I sang the Star Spangled Banner last night at the opening of the Jackson Hole Rodeo. In the same way the Center For The Arts Hootenanny venue was "world class," this last Monday night, singing to open the rodeo might be described as "class under a horses a__!" 'Scuse my "French," but there was definitely an interesting "juxteposition" in the two experiences happening the same week and being so different. This is what keeps one humble, - and yet, there was a sweetness to the rodeo experience that was nothing I'd want to give up. I even offered to do it again next year!
It was tense in the beginning as I made my way through the horse trailers, kids with cotton candy and cars. I got to park in a special parking space and "Al" was waiting to take me to the rodeo ring. I was ushered to a place where the bull riders prepare to get on the bulls. All the guys were up there putting on their individualized leather "chaps," that looked like elaborate costuming to me! The organizer had not been able to find a microphone stand, ;and, as I was playing my guitar to accompany myself, we would need to find another option. I said, "Let's get one of the bull riders to hold the microphone for me." So, that was how I met Levi: about 16 years old and full of "spit and vinegar," and the first young man who would be riding the bulls. He said he'd help me out and I really think it was meant to be because his shirt had the same color of red as I had in my cowgirl fringed blouse!
After the little girls started the show riding their horses around the ring and galloping around with the flag, and after a prayer was said by the MC to keep the bull riders from too much harm, it was time for me to sing. Levi escorted me like Sawdust Royalty to the center of the very large ring in front of the packed grandstands - I had to step around the horse manure. Then he took his hat off, and put the mic to my mouth. When I sang The National Anthem, they cheered when I got to "...o'er the land of the freeeeeeeeeeeeeeeeeeeee!....." and all went well.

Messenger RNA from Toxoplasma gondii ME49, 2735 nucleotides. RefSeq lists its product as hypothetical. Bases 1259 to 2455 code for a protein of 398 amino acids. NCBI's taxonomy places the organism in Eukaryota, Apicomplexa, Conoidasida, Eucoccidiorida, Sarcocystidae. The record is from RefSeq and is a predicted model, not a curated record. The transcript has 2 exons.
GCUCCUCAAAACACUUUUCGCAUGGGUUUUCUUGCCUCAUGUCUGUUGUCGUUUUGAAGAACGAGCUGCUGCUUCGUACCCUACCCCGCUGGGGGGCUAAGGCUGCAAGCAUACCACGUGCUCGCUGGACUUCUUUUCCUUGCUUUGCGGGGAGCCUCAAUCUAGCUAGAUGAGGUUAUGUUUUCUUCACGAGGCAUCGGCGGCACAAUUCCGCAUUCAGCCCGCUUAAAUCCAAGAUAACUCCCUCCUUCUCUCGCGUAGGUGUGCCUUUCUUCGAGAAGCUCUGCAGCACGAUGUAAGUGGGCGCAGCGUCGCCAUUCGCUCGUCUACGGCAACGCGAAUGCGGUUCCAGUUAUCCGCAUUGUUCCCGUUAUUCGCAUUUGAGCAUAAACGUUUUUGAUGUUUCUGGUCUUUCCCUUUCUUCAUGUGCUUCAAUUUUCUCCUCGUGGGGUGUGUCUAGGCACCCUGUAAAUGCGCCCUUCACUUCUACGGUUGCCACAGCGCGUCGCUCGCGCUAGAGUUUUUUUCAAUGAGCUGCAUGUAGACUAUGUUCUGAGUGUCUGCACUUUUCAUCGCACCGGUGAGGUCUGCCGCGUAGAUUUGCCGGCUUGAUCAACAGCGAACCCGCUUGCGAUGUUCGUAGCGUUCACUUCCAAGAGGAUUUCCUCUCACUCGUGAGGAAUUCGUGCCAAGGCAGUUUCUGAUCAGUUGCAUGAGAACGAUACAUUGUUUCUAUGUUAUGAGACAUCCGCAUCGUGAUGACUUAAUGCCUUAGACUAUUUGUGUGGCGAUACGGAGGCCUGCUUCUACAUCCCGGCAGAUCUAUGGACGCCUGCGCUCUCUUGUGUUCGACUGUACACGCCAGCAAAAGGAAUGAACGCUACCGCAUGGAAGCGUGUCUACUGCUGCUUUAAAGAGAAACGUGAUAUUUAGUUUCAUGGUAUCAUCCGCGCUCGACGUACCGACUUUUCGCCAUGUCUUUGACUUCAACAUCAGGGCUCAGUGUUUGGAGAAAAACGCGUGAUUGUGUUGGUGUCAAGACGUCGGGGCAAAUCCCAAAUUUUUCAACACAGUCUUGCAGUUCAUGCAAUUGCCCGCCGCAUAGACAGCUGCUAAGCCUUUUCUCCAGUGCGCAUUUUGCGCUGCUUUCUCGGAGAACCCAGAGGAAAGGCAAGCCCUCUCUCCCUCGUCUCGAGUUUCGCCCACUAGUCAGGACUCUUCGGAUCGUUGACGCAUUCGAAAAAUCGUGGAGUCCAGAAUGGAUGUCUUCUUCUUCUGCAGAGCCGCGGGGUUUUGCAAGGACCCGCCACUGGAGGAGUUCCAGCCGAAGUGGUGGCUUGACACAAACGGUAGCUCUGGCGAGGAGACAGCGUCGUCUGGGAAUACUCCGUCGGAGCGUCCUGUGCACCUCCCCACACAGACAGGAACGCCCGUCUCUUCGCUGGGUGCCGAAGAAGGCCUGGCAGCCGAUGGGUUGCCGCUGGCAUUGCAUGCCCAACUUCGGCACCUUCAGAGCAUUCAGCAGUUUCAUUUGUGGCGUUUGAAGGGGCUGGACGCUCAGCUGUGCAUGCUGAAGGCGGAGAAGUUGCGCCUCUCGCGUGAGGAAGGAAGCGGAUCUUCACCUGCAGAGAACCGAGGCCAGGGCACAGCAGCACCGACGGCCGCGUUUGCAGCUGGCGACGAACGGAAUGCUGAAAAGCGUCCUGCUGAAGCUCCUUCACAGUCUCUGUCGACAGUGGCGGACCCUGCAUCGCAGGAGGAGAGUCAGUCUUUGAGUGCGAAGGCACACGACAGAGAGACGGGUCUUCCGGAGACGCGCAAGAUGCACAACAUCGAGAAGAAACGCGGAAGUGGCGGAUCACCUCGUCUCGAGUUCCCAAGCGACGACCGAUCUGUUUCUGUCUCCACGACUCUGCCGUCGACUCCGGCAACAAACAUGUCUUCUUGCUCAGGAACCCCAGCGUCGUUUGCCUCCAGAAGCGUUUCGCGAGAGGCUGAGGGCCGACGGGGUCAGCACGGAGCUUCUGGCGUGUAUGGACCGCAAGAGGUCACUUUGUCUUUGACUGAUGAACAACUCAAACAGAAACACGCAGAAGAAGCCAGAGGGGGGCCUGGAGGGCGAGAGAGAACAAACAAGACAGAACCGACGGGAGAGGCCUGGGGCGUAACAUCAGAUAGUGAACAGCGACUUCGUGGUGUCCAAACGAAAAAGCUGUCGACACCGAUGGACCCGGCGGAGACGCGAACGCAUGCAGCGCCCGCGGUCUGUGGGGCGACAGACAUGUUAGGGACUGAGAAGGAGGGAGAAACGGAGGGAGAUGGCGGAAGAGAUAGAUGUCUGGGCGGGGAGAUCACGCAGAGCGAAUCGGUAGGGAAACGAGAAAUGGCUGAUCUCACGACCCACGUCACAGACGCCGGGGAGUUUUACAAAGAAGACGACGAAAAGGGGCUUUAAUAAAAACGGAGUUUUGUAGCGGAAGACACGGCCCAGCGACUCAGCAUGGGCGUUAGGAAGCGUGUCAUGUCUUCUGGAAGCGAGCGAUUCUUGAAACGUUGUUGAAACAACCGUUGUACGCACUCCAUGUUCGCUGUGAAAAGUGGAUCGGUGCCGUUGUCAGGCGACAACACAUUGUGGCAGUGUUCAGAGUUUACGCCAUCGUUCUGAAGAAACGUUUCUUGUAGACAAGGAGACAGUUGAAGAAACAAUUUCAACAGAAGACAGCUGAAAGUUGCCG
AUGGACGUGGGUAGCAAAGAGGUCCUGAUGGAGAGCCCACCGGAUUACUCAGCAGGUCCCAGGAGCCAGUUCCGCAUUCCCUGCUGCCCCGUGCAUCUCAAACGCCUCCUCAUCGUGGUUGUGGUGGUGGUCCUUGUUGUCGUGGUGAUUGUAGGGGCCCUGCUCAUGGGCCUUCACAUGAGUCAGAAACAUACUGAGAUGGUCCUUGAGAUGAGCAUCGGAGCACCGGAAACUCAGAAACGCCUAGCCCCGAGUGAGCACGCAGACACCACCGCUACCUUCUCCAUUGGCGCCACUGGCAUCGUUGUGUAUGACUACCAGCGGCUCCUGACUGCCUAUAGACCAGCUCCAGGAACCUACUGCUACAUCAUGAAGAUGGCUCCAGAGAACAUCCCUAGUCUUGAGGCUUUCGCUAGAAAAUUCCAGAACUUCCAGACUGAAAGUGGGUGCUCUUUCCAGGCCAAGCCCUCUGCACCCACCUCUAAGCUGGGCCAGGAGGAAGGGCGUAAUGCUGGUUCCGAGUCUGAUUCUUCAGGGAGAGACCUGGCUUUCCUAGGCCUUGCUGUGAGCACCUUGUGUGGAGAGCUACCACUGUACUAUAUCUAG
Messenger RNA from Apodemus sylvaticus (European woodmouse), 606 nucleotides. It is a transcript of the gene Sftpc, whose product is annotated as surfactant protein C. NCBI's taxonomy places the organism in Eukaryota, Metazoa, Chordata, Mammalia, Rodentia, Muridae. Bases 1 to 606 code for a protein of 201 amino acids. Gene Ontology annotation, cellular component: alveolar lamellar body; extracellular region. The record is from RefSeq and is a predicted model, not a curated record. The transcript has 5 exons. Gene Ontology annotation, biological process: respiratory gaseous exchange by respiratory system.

I am presently putting the finishing touches on my brand spanking new CD, release date Setember 1, 2012 called "Western Stars." This is the first CD where I have included cover songs as well as originals and I think it is my most professional product to date. I've had to work very hard on every aspect of it from recording to mastering to packaging. Did you say I was now going to have to PROMOTE it?! Oh fiddley-dee, give me time to breathe; I'll think about that tomorrow! I declare!
The reason that I have never recorded cover tunes (songs written by other people that are well known) because the thought of figuring out how to "license" the songs and pay royalties and legally recording them was daunting. I don't know why; it just seemed like a dark thick jungle with dangerous snakes with poisenous venom and "best I don't go there." Friends, I'm starting to see a pattern emerge from several "flashbacks" of my life where I have limited myself because it seemed too daunting.